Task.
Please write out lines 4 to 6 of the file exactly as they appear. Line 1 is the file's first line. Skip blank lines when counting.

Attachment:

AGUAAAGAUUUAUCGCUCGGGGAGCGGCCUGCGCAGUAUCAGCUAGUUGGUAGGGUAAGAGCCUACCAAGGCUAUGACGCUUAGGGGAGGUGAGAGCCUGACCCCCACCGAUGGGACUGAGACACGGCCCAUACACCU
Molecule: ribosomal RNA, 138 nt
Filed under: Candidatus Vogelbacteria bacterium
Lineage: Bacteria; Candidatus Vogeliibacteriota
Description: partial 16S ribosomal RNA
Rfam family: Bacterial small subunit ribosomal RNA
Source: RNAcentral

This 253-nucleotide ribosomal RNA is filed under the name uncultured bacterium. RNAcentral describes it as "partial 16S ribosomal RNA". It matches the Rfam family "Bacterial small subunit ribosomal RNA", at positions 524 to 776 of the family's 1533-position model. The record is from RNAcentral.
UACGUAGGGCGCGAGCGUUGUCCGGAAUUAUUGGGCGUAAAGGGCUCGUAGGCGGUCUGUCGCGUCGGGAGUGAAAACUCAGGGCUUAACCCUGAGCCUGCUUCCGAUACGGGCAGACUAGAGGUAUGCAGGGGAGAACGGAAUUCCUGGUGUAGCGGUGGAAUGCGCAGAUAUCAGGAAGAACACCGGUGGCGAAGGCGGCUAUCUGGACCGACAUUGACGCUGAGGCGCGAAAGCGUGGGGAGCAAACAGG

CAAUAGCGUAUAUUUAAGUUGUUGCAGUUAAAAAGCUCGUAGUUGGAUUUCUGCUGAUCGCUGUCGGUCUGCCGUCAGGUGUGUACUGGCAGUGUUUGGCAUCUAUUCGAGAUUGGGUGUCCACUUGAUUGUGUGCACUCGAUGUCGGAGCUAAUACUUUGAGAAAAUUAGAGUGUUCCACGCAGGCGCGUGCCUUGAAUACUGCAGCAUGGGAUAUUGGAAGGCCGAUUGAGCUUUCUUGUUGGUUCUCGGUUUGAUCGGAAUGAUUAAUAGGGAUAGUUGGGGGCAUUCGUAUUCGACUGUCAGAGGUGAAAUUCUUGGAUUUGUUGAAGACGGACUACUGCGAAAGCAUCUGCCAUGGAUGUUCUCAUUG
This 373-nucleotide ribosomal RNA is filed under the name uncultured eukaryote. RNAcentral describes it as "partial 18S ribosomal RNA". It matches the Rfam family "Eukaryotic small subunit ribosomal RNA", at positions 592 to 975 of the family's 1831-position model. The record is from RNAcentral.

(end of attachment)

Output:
Lineage: Bacteria; Candidatus Vogeliibacteriota
Description: partial 16S ribosomal RNA
Rfam family: Bacterial small subunit ribosomal RNA